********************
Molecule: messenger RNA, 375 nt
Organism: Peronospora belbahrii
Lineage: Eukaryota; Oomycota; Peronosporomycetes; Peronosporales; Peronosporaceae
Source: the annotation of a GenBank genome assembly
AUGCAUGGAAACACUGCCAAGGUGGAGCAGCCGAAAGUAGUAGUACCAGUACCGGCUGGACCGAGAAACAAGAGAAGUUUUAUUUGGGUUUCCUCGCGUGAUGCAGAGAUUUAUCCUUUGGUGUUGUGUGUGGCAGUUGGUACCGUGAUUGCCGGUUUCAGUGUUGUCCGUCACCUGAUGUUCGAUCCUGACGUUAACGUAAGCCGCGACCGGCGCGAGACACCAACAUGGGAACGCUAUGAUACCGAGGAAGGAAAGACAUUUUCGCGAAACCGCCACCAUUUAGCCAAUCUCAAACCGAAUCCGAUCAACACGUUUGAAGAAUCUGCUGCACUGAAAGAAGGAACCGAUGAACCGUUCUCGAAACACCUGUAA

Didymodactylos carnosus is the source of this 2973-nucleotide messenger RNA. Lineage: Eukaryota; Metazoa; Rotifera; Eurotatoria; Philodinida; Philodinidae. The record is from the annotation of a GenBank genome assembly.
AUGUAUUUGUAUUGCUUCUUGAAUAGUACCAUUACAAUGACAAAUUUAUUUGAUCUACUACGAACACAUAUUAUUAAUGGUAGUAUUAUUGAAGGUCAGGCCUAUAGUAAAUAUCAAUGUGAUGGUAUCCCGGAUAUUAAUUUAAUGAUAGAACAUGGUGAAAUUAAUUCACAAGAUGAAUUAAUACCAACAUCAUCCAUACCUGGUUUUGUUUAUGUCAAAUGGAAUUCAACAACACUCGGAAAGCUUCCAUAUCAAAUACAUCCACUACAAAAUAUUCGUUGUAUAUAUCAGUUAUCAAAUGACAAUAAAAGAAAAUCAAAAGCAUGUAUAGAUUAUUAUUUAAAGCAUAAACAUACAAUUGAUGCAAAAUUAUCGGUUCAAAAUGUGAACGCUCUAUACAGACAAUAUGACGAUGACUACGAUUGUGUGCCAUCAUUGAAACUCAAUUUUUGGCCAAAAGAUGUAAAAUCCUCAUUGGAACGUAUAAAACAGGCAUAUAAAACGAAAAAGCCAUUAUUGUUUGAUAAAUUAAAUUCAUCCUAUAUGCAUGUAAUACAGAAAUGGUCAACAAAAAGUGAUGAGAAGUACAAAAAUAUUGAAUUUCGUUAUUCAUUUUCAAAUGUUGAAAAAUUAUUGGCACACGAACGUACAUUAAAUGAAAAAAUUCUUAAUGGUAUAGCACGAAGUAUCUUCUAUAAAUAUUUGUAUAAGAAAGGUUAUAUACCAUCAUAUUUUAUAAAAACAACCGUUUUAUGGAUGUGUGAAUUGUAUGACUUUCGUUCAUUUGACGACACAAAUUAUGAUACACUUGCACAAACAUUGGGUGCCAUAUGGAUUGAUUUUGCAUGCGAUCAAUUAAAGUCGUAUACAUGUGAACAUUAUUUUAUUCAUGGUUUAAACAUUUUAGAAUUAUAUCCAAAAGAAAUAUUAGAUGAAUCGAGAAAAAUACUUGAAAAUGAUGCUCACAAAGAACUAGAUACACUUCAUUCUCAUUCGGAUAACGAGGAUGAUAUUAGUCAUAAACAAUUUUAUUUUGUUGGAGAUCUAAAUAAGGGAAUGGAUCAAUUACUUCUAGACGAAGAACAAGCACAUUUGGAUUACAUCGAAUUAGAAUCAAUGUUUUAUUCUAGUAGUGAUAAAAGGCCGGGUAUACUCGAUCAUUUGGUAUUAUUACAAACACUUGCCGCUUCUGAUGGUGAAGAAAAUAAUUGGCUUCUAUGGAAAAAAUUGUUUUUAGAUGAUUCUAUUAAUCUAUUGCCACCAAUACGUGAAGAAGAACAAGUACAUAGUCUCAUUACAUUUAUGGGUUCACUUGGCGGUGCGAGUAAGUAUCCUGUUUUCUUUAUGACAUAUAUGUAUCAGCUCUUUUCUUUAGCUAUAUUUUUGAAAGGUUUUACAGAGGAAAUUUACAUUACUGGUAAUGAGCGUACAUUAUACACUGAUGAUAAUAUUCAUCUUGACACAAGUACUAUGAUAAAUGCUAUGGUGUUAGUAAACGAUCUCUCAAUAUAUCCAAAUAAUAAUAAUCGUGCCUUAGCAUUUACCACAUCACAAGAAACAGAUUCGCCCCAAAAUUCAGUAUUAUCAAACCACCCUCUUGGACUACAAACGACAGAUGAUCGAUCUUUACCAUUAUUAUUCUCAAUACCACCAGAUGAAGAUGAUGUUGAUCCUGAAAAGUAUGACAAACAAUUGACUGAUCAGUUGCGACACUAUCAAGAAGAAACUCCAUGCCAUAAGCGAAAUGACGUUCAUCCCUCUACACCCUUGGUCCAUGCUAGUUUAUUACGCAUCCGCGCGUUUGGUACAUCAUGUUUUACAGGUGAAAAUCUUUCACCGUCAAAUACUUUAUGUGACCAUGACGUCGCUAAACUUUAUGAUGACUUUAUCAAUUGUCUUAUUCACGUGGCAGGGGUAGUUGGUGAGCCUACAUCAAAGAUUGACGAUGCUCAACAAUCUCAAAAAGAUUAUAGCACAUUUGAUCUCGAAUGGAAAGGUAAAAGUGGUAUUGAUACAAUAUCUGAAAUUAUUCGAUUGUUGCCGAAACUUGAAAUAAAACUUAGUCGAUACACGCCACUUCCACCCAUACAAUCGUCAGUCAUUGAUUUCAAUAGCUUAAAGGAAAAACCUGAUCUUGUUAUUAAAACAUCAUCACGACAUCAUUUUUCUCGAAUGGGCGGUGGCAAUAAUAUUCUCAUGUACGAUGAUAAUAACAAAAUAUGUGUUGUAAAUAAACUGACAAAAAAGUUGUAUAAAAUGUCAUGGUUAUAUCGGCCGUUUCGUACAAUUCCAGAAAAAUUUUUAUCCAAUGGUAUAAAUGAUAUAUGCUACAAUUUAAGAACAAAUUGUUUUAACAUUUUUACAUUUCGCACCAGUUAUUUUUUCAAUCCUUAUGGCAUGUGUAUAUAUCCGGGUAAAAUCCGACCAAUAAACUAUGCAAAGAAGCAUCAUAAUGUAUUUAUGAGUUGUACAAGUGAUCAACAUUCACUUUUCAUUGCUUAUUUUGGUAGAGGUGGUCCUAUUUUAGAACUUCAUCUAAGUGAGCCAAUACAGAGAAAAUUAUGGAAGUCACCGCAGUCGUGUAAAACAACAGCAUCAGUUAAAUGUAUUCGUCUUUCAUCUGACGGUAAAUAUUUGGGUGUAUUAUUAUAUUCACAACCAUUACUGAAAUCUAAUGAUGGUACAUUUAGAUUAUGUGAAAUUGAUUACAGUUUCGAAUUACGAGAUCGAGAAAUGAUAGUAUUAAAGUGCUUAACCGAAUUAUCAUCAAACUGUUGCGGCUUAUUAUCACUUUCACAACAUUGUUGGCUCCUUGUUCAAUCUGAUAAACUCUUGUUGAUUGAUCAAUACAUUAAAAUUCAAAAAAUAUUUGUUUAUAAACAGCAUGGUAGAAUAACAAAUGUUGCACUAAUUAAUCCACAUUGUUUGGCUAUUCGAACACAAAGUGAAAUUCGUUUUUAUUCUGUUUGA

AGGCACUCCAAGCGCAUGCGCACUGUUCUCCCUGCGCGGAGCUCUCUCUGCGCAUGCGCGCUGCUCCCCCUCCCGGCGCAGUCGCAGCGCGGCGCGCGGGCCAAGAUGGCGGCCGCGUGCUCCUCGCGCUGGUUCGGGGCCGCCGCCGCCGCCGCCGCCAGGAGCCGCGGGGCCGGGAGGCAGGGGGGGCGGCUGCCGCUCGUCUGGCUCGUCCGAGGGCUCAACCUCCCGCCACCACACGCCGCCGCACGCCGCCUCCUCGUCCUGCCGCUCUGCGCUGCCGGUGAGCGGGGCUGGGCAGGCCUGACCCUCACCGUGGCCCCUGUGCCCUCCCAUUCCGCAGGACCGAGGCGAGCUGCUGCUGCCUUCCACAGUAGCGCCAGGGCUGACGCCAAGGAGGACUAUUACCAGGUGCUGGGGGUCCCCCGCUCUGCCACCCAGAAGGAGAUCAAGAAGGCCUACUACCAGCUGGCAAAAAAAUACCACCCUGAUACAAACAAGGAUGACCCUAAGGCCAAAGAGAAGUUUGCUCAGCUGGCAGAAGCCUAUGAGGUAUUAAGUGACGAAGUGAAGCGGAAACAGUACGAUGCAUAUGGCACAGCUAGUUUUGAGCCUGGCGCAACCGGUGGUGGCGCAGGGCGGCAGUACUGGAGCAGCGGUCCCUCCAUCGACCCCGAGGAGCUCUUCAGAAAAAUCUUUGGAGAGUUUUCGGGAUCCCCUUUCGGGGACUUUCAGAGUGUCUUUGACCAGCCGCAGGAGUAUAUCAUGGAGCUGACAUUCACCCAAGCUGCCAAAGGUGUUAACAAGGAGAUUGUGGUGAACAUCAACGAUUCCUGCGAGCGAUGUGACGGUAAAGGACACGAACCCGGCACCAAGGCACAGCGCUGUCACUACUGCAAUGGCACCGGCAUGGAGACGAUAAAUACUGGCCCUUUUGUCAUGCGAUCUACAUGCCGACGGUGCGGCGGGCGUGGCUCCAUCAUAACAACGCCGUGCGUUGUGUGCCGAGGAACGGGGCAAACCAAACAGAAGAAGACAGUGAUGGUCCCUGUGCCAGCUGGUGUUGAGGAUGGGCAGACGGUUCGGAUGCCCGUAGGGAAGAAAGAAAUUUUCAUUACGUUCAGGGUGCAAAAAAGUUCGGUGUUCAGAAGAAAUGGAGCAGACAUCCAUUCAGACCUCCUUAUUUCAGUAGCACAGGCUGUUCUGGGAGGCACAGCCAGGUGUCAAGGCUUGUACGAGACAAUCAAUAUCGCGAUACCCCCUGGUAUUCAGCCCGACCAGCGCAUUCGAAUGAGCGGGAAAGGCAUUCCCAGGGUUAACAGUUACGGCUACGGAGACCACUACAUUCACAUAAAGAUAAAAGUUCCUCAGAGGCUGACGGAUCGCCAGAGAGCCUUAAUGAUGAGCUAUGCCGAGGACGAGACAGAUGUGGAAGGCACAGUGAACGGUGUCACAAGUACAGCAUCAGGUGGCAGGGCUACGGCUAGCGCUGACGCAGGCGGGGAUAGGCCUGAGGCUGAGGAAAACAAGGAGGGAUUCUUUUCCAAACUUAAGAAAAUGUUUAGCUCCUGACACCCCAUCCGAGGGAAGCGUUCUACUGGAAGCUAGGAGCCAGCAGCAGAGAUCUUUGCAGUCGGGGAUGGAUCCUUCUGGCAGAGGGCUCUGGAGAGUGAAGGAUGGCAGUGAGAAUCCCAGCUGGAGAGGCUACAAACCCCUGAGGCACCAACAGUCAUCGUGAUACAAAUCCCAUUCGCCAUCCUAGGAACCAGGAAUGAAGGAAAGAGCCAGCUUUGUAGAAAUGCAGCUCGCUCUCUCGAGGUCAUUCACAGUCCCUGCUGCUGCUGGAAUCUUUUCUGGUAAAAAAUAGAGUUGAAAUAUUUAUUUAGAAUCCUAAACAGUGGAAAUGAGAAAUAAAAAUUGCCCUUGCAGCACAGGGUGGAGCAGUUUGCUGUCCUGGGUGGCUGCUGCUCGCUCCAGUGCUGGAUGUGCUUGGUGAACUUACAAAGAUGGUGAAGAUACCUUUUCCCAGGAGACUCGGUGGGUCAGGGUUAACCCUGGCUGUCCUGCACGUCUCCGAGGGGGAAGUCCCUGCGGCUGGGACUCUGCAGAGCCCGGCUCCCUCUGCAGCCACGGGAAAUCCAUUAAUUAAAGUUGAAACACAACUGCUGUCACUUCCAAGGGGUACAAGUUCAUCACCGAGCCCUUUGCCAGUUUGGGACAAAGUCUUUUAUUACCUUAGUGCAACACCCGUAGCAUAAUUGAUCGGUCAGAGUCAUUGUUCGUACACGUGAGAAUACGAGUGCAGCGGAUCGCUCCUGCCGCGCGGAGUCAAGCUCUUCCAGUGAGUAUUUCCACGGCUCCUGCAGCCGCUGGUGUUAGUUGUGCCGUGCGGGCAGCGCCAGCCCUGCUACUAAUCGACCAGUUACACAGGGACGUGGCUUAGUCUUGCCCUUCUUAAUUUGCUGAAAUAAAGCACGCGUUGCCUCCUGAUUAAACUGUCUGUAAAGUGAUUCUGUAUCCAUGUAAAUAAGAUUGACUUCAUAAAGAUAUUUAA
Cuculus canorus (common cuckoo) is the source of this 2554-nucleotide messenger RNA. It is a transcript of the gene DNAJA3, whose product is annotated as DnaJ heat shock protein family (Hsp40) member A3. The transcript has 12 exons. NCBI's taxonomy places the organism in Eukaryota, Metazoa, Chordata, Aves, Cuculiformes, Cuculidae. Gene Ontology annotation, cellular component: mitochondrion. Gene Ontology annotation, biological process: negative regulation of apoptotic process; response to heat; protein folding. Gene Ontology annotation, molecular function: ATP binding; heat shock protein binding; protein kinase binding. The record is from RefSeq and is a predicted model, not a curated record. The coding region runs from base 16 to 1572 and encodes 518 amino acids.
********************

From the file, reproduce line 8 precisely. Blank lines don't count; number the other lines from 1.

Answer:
AGGCACUCCAAGCGCAUGCGCACUGUUCUCCCUGCGCGGAGCUCUCUCUGCGCAUGCGCGCUGCUCCCCCUCCCGGCGCAGUCGCAGCGCGGCGCGCGGGCCAAGAUGGCGGCCGCGUGCUCCUCGCGCUGGUUCGGGGCCGCCGCCGCCGCCGCCGCCAGGAGCCGCGGGGCCGGGAGGCAGGGGGGGCGGCUGCCGCUCGUCUGGCUCGUCCGAGGGCUCAACCUCCCGCCACCACACGCCGCCGCACGCCGCCUCCUCGUCCUGCCGCUCUGCGCUGCCGGUGAGCGGGGCUGGGCAGGCCUGACCCUCACCGUGGCCCCUGUGCCCUCCCAUUCCGCAGGACCGAGGCGAGCUGCUGCUGCCUUCCACAGUAGCGCCAGGGCUGACGCCAAGGAGGACUAUUACCAGGUGCUGGGGGUCCCCCGCUCUGCCACCCAGAAGGAGAUCAAGAAGGCCUACUACCAGCUGGCAAAAAAAUACCACCCUGAUACAAACAAGGAUGACCCUAAGGCCAAAGAGAAGUUUGCUCAGCUGGCAGAAGCCUAUGAGGUAUUAAGUGACGAAGUGAAGCGGAAACAGUACGAUGCAUAUGGCACAGCUAGUUUUGAGCCUGGCGCAACCGGUGGUGGCGCAGGGCGGCAGUACUGGAGCAGCGGUCCCUCCAUCGACCCCGAGGAGCUCUUCAGAAAAAUCUUUGGAGAGUUUUCGGGAUCCCCUUUCGGGGACUUUCAGAGUGUCUUUGACCAGCCGCAGGAGUAUAUCAUGGAGCUGACAUUCACCCAAGCUGCCAAAGGUGUUAACAAGGAGAUUGUGGUGAACAUCAACGAUUCCUGCGAGCGAUGUGACGGUAAAGGACACGAACCCGGCACCAAGGCACAGCGCUGUCACUACUGCAAUGGCACCGGCAUGGAGACGAUAAAUACUGGCCCUUUUGUCAUGCGAUCUACAUGCCGACGGUGCGGCGGGCGUGGCUCCAUCAUAACAACGCCGUGCGUUGUGUGCCGAGGAACGGGGCAAACCAAACAGAAGAAGACAGUGAUGGUCCCUGUGCCAGCUGGUGUUGAGGAUGGGCAGACGGUUCGGAUGCCCGUAGGGAAGAAAGAAAUUUUCAUUACGUUCAGGGUGCAAAAAAGUUCGGUGUUCAGAAGAAAUGGAGCAGACAUCCAUUCAGACCUCCUUAUUUCAGUAGCACAGGCUGUUCUGGGAGGCACAGCCAGGUGUCAAGGCUUGUACGAGACAAUCAAUAUCGCGAUACCCCCUGGUAUUCAGCCCGACCAGCGCAUUCGAAUGAGCGGGAAAGGCAUUCCCAGGGUUAACAGUUACGGCUACGGAGACCACUACAUUCACAUAAAGAUAAAAGUUCCUCAGAGGCUGACGGAUCGCCAGAGAGCCUUAAUGAUGAGCUAUGCCGAGGACGAGACAGAUGUGGAAGGCACAGUGAACGGUGUCACAAGUACAGCAUCAGGUGGCAGGGCUACGGCUAGCGCUGACGCAGGCGGGGAUAGGCCUGAGGCUGAGGAAAACAAGGAGGGAUUCUUUUCCAAACUUAAGAAAAUGUUUAGCUCCUGACACCCCAUCCGAGGGAAGCGUUCUACUGGAAGCUAGGAGCCAGCAGCAGAGAUCUUUGCAGUCGGGGAUGGAUCCUUCUGGCAGAGGGCUCUGGAGAGUGAAGGAUGGCAGUGAGAAUCCCAGCUGGAGAGGCUACAAACCCCUGAGGCACCAACAGUCAUCGUGAUACAAAUCCCAUUCGCCAUCCUAGGAACCAGGAAUGAAGGAAAGAGCCAGCUUUGUAGAAAUGCAGCUCGCUCUCUCGAGGUCAUUCACAGUCCCUGCUGCUGCUGGAAUCUUUUCUGGUAAAAAAUAGAGUUGAAAUAUUUAUUUAGAAUCCUAAACAGUGGAAAUGAGAAAUAAAAAUUGCCCUUGCAGCACAGGGUGGAGCAGUUUGCUGUCCUGGGUGGCUGCUGCUCGCUCCAGUGCUGGAUGUGCUUGGUGAACUUACAAAGAUGGUGAAGAUACCUUUUCCCAGGAGACUCGGUGGGUCAGGGUUAACCCUGGCUGUCCUGCACGUCUCCGAGGGGGAAGUCCCUGCGGCUGGGACUCUGCAGAGCCCGGCUCCCUCUGCAGCCACGGGAAAUCCAUUAAUUAAAGUUGAAACACAACUGCUGUCACUUCCAAGGGGUACAAGUUCAUCACCGAGCCCUUUGCCAGUUUGGGACAAAGUCUUUUAUUACCUUAGUGCAACACCCGUAGCAUAAUUGAUCGGUCAGAGUCAUUGUUCGUACACGUGAGAAUACGAGUGCAGCGGAUCGCUCCUGCCGCGCGGAGUCAAGCUCUUCCAGUGAGUAUUUCCACGGCUCCUGCAGCCGCUGGUGUUAGUUGUGCCGUGCGGGCAGCGCCAGCCCUGCUACUAAUCGACCAGUUACACAGGGACGUGGCUUAGUCUUGCCCUUCUUAAUUUGCUGAAAUAAAGCACGCGUUGCCUCCUGAUUAAACUGUCUGUAAAGUGAUUCUGUAUCCAUGUAAAUAAGAUUGACUUCAUAAAGAUAUUUAA